ORVILLE MOE - Gone from Spokane?

Orville Moe faces the painful reality he's out at Spokane Raceway Park

Banned from the park he helped shaped into a versatile racing facility and removed as its general manager after a sordid three-year legal fight, a bitter and beaten Orville Moe reluctantly must look ahead.

But what his next move will be is uncertain.

“We’ll get all this straightened out,” Moe insisted. “I intend to be around.”

Moe, the legendary force behind Spokane Raceway Park for three decades, was fired June 1 as the park’s GM after a judge determined the 69-year-old millionaire had disobeyed a court-appointed receiver overseeing financial operations.

Moe had given “misleading and false information” to 500 limited partners whose money helped build the facility, court-appointed receiver Barry Davidson reported in the case. Those investors, in a lawsuit that spurred Davidson’s appointment to oversee the track’s financial records, claimed they saw no return on more than $2 million in stock they bought from Moe in the 1970s. Angry investors sued Moe, alleging he “converted partnership assets” from the racetrack operation for his own profit.


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The judge’s recent ruling has changed the course of the park and Moe’s relationship with it. Moe – one of the original men behind the storied park – also was banned from the premises by a court order.

The park remains open under interim GM Jim Tice, Jr., 56, a longtime drag racing enthusiasts and businessman. The 600-acre facility supports a quarter-mile drag strip, 2.5-mile road course and half-mile asphalt oval.

The square-mile racing complex and its assets now are in the process of being appraised by a real estate firm and put up for potential sale, the return of which would be given to the limited partners.

Having lost control of the park, Moe vows to fight back legally to clear his name and seek damages, adding he has some lingering support from the racing community. He denies pocketing any money or engaging in any wrongdoing during his extensive run as GM. As a partner and manager of the track, Moe insists he has seen no return of his investment either.


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But Moe refused to acknowledge or cooperate with the court-appointed receiver to investigate his financial dealings with the track. He also refused to provide business records, bank records, deposit slips, check registers and details about ticket sales and advertising, the Davidson report said.

“I’m used to doing what’s fair is fair, what’s right is right and what’s wrong is wrong,” said a defiant Moe, who controls of portion of the park as one of its original general partners, along with his estranged brothers Earl and Maynard. “I’m not used to being in a fight over all this. It just seems to me that we’ve always have been on the defense.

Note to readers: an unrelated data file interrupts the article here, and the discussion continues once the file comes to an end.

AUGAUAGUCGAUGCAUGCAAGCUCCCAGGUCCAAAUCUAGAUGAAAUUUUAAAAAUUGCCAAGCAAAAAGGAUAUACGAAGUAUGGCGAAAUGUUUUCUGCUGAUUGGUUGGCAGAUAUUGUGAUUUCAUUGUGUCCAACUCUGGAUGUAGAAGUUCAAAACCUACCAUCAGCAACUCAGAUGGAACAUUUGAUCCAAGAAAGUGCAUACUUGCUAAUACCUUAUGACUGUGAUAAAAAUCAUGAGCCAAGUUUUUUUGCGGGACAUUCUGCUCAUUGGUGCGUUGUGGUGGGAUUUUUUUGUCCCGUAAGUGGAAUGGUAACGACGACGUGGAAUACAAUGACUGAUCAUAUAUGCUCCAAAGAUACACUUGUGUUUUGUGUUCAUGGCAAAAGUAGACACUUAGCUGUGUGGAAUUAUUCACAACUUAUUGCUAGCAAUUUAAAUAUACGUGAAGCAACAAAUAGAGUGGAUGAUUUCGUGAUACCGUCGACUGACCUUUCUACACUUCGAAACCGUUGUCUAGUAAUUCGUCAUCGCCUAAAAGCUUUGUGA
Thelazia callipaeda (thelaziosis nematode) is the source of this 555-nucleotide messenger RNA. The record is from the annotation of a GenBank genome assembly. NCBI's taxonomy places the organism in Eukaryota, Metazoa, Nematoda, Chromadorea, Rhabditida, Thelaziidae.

“But we’ll get on the offense petty soon … We have to … That’s the only way to fight these people who like to bully others,” Moe said. “What this has done has made me find out who my friends are and who my friends are not.


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“We’re still one of the major owners. We’ll be all right. We still love racing.”

The legal fight over control of the park has divided family and friends. Moe described it as “a family feud and a hostile takeover attempt,” The Spokesman-Review reported.

Moe’s nephew Troy, who helped lead the push to oust Moe, is heading a group of investors interested in buying the track.

“It’s been a very bitter legal battle,” Troy Moe said. “And I think good headway was made for the investors … they’re entitled to this and the court has seen it that way.”

If they’re successful in buying the park, Troy Moe’s group plans to retain it as a motorsports facility. He said the complex needs drastic improvements.

The Kalispel Tribe, which owns 40 acres of the park and operates a casino, also is thought to be interested in buying the park. It is unclear if the tribe intends to keep it a racing facility.

While the park’s future continues to takes shape, the elder Moe is moving forward in his work with the AHRA. As the organization’s executive vice president, Moe wants to find a new home for the World Finals, an event that was held each summer at SRP since 1974.

New track operators at SRP decided not to run the event under the World Finals name this month, opting for a successful Summer Nitro Extravaganza.


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Moe isn’t about to lose sight of the World Finals, believed to be the second-oldest drag racing event in the country. He plans to have another city hold the race in the next three or four months.

“I don’t know exactly where it will be,” he said. “The later it will be, the more south it will be.”

Moe also is looking for the AHRA to launch a six-race Pro Stock series next year, a division that would favor factory-minded followers.

“We want to return racing to its roots,” he added.

As for his relationship with SRP, Moe isn’t about to go away quietly. He intends to exhaust his legal options.

“We’re alive and doing well and we will prevail,” he said.

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